posted by kliuless at 11:42 PM - 120 comments

A world of handmade sound

If you like unusual musical instruments along the lines of those designed and built by microtonalist Harry Partch, or sound sculpture artist Jean Tinguely, for example, you might want to check out the Anarchestra.
posted by flapjax at midnite at 8:59 PM - 12 comments

Swords Into Plowshares: Military veterans turn to farming

What happens when veterans trade in their combat boots for muck boots? Sara Creech, a surgery nurse during the Iraq War, is part of a growing movement to help vets transition back into civilian life—and find a measure of peace—by going back to the land (NYT, mentions suicide). [more inside]
posted by MonkeyToes at 6:17 PM - 15 comments

Fake Science Journalism

“Slim by Chocolate!” the headlines blared. I got a call in December last year from a German television reporter named Peter Onneken. He and his collaborator Diana Löbl were working on a documentary film about the junk-science diet industry. They wanted me to help demonstrate just how easy it is to turn bad science into the big headlines behind diet fads. And Onneken wanted to do it gonzo style: Reveal the corruption of the diet research-media complex by taking part.
posted by contrarian at 5:59 PM - 39 comments

Additional props are potato chips, pickles and olives

The New York Times has been around long enough to report on more or less everything, and its First Glimpses feature occasionally dives into the archives to see when some notable thing was mentioned for the very first time. This week, it's cheeseburgers. [more inside]
posted by Etrigan at 5:55 PM - 37 comments

I'm 9 years old. And I'm an illegal alien.

Alan, Alien
posted by Michele in California at 4:51 PM - 15 comments

♫ "Is he strong? Listen bud, he’s got radioactive blood." ♪

"The Secret History of Ultimate Marvel, the Experiment That Changed Superheroes Forever"
posted by zarq at 3:56 PM - 102 comments

Good evening. Please watch the following very, very carefully...

Every Alfred Hitchcock cameo ever in his own films.
posted by jim in austin at 2:44 PM - 18 comments

Nebraska makes 19

Nebraska is the 19th U.S. state to repeal the death penalty. [more inside]
posted by duffell at 2:21 PM - 45 comments

"But you did a great job of making me feel safe."

hey girl: you can use my shoulder as a rifle stand, as you’re the better shot of the two of us. (feminist mad max tumblr)
posted by joseph conrad is fully awesome at 1:32 PM - 160 comments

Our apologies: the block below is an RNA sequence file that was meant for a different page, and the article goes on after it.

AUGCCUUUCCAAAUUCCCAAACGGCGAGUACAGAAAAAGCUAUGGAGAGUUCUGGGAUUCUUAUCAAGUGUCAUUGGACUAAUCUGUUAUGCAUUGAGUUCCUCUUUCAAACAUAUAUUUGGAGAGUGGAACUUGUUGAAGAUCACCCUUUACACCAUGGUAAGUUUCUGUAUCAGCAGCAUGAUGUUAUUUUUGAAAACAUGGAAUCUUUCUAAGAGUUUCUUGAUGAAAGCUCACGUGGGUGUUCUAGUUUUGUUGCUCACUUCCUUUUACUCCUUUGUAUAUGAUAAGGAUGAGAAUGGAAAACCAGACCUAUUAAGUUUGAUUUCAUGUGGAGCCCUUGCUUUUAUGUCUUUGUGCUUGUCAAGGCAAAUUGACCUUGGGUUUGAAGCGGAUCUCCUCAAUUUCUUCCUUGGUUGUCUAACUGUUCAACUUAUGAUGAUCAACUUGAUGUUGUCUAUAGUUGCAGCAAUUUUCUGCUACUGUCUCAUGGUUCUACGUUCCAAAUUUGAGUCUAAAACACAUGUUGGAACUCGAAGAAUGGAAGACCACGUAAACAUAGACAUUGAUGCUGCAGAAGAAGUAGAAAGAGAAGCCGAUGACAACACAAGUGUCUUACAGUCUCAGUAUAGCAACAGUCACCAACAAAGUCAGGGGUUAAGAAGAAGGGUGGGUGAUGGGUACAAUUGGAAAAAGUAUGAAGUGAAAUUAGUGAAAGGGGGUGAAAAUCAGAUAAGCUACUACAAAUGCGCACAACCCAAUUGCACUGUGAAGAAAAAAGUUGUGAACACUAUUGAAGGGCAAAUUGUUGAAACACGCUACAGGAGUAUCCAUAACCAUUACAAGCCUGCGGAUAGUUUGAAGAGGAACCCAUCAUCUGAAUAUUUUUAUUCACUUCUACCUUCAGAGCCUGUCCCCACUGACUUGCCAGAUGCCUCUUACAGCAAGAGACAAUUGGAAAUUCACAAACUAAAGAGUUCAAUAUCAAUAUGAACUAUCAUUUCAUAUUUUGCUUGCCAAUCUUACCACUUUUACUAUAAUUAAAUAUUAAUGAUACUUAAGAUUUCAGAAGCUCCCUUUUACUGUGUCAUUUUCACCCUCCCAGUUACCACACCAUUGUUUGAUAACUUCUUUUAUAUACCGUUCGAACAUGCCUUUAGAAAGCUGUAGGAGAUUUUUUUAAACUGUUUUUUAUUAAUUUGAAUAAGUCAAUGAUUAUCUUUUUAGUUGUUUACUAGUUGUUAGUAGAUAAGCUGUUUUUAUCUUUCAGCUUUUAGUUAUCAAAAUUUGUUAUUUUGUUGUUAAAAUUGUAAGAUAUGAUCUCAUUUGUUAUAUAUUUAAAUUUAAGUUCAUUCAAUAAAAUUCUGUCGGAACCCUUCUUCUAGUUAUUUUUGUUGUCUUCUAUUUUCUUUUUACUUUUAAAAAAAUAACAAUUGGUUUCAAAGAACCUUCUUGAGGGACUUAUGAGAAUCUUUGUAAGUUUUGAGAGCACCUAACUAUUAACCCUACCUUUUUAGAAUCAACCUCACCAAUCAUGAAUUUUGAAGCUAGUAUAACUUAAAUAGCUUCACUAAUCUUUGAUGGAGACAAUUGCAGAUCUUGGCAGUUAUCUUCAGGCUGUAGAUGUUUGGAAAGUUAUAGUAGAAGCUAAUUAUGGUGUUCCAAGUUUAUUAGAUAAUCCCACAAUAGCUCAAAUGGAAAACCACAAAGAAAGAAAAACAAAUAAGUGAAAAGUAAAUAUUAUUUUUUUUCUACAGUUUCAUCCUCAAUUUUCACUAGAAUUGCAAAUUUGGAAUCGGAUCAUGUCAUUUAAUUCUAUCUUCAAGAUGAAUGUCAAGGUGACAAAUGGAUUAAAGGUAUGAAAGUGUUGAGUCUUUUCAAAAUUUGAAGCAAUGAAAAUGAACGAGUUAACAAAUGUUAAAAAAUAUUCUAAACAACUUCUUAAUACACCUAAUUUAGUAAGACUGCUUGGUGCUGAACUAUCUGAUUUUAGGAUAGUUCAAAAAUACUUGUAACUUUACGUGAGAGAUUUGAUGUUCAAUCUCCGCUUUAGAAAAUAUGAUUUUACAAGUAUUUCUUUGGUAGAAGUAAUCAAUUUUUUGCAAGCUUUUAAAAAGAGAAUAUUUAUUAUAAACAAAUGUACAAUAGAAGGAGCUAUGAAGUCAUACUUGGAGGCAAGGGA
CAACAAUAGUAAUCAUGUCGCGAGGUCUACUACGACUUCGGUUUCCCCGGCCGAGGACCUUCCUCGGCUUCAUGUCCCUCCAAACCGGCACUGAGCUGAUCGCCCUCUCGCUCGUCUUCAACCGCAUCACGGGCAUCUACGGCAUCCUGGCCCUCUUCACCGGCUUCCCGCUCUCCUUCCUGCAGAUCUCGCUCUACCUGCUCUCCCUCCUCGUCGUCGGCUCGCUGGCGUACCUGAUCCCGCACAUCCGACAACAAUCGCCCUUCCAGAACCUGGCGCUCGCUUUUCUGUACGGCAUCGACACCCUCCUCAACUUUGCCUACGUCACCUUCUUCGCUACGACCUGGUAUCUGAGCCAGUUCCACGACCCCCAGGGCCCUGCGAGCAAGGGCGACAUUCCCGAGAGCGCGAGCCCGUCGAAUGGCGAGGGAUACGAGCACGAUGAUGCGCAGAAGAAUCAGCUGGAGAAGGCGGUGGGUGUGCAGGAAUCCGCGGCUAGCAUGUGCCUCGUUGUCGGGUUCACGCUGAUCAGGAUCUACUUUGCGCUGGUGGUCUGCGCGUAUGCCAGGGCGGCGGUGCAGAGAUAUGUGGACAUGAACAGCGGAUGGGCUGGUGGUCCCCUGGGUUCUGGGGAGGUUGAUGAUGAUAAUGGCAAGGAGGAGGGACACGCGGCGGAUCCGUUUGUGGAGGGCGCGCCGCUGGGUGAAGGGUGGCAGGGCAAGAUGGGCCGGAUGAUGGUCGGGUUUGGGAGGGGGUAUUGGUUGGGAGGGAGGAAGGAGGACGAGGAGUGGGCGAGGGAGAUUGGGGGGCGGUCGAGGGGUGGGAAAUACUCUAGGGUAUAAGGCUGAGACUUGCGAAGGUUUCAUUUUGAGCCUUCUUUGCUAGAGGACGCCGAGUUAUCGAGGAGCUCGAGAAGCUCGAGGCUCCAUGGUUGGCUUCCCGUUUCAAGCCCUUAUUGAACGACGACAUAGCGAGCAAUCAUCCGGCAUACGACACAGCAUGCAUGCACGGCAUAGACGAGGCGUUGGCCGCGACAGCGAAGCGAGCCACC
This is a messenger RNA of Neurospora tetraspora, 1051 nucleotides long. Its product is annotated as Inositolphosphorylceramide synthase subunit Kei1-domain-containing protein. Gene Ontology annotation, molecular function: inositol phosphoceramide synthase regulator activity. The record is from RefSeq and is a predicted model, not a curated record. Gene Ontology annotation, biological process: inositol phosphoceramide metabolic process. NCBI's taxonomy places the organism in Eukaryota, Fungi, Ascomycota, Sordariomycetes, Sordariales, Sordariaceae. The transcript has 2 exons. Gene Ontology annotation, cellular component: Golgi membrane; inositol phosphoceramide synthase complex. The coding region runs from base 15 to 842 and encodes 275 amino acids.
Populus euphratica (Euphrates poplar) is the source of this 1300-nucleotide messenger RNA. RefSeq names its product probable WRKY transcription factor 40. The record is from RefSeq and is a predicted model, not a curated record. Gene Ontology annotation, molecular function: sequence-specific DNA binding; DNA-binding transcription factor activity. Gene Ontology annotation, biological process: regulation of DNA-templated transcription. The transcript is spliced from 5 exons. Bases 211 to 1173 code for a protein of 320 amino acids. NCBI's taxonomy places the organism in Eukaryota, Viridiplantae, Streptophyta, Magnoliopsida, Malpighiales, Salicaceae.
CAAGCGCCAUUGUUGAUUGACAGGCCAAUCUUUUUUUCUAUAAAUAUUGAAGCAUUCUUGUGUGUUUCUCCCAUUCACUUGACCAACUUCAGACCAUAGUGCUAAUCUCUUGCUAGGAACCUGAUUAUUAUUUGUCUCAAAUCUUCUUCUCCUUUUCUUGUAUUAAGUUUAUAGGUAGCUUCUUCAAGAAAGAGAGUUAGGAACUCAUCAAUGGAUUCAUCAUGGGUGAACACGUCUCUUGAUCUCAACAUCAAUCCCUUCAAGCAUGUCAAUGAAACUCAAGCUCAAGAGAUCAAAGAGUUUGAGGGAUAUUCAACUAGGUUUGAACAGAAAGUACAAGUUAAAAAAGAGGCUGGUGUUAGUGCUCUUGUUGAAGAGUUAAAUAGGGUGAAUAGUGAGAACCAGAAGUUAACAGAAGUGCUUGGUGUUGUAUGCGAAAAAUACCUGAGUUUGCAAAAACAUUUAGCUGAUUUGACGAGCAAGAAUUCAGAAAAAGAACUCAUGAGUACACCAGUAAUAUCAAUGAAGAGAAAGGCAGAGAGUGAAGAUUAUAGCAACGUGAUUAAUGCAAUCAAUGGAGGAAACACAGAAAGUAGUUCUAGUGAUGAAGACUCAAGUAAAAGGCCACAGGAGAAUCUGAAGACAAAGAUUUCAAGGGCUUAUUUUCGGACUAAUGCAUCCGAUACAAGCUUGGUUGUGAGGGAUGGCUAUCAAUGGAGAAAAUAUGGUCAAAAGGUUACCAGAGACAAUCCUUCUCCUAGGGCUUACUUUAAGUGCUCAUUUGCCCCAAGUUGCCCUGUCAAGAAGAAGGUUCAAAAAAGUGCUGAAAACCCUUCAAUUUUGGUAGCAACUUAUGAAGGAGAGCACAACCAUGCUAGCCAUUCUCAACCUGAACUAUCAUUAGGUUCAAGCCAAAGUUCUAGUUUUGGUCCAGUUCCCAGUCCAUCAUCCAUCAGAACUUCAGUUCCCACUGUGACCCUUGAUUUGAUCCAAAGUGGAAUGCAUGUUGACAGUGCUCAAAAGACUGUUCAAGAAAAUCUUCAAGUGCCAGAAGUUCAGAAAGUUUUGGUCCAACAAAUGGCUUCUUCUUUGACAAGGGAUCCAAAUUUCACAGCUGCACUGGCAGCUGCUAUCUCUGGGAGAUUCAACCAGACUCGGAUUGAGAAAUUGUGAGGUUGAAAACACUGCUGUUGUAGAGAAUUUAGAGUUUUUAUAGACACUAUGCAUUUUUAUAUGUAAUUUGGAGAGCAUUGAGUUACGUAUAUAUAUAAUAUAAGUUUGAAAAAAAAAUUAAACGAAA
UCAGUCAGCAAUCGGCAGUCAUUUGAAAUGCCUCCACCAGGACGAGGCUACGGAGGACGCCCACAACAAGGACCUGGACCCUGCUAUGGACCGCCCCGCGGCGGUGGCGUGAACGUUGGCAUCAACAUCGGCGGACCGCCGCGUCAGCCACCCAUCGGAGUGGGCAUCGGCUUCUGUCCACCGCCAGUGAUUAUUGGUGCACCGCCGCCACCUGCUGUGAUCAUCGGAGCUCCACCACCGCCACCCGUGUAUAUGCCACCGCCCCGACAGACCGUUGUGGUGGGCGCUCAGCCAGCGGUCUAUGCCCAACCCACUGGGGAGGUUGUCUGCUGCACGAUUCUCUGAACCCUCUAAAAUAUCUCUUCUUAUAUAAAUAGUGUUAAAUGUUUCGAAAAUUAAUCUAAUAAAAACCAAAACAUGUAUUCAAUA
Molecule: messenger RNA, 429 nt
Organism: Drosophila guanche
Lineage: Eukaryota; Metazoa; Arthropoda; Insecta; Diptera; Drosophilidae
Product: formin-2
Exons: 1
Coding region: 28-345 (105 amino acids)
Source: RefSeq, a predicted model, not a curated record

You won't regret that tattoo.

You won't regret that tattoo. Single link Vimeo. A short, sweet first documentary by Angie Bird, via the Tattoo Historian at Tattoo History Daily. (Somewhat previously on the Tattoo Historian, Dr. Anna Felicity Friedman.)
posted by blue suede stockings at 11:02 AM - 100 comments

And nobody used this for a fantasy novel yet?

So it turns out rather than religious fanatics unused to the freedom found in Holland, New England was actually founded by a bunch of Anglo-Saxon sell swords who had fled the British Isles after the Norman invasion on land given by a grateful byzantine emperor on the north-east coast of the Black Sea. Confused? Intrigued? Let Dr. Caitlin R. Green explain and set out the evidence for the existence of a 11th century New England/Nova Anglia.
posted by MartinWisse at 10:37 AM - 32 comments

"Facebook Messenger defaults to sending a location with all messages."

...the first thing I noticed when I started to write my code was that the latitude and longitude coordinates of the message locations have more than 5 decimal places of precision, making it possible to pinpoint the sender’s location to less than a meter.
Stalking Your Friends with Facebook Messenger
posted by griphus at 10:32 AM - 76 comments

"It’s embarrassing to be such a cliché"

I Was a Proud Non-Breeder. Then I Changed My Mind, by Michelle Goldberg, author of To Breed Or Not To Breed [more inside]
posted by the man of twists and turns at 10:21 AM - 169 comments

A Game of Clones: Video Game Litigation Illustrated

Eric Adler of the Adler Vermillion law firm and the Legal Hackers group dives into the odd nuances of copyright laws as applied to video games.
posted by boo_radley at 9:06 AM - 15 comments

A Goode Soop

Cooking In The Archives: recreating recipes from the Early Modern Peroid (1600s-1800s) in a modern kitchen. Not old enough? Then try some authentically medieval recipes.
posted by The Whelk at 8:41 AM - 37 comments

“Although of course you end up becoming yourself.”

The End of the Tour [YouTube] [Trailer]
The End of the Tour is based on the true story of David Lipsky, a Rolling Stone reporter who interviewed legendary author David Foster Wallace for five days in 1996. Lipsky catches up with the author as he’s about to hit the final stop on the book tour for the release of Infinite Jest, then and now considered one of the great novels written in our lifetimes. Over the course of the next few days, the reporter develops a complicated relationship with the icon.
posted by Fizz at 8:23 AM - 34 comments

The Theology of Consensus

The prime appeal of consensus process for forty years has been its promise to be more profoundly democratic than other methods. But let’s face it: the real-world evidence is shaky at best. [more inside]
posted by anotherpanacea at 7:41 AM - 123 comments

A non-guide to avoid awkwardness when greeting human beings

"I've always been fascinated by how human beings move through crowds.

How many millions of minute calculations must our brains be making in order for us to navigate from one end of a packed space to the other?

But despite being the owner of all this incredible processing power, there's still one thing my brain will never be able to figure out...

...one code it will never crack...

HOW DO I GREET PEOPLE IN MY LIFE?"

posted by moody cow at 7:03 AM - 69 comments

Home space ball is blue, and there’s nothing I can do

Space Weird Thing Space Oddity redone, Up Goer Five style
posted by Jeanne at 6:57 AM - 32 comments

On your mark

Hayao Miyazaki's - On Your Mark "In 1994, Hayao Miyazaki took a break from writing the script for Princess Mononoke to work on this music video from Japnese pop duo Chage & Aska" [via]
posted by dhruva at 6:48 AM - 16 comments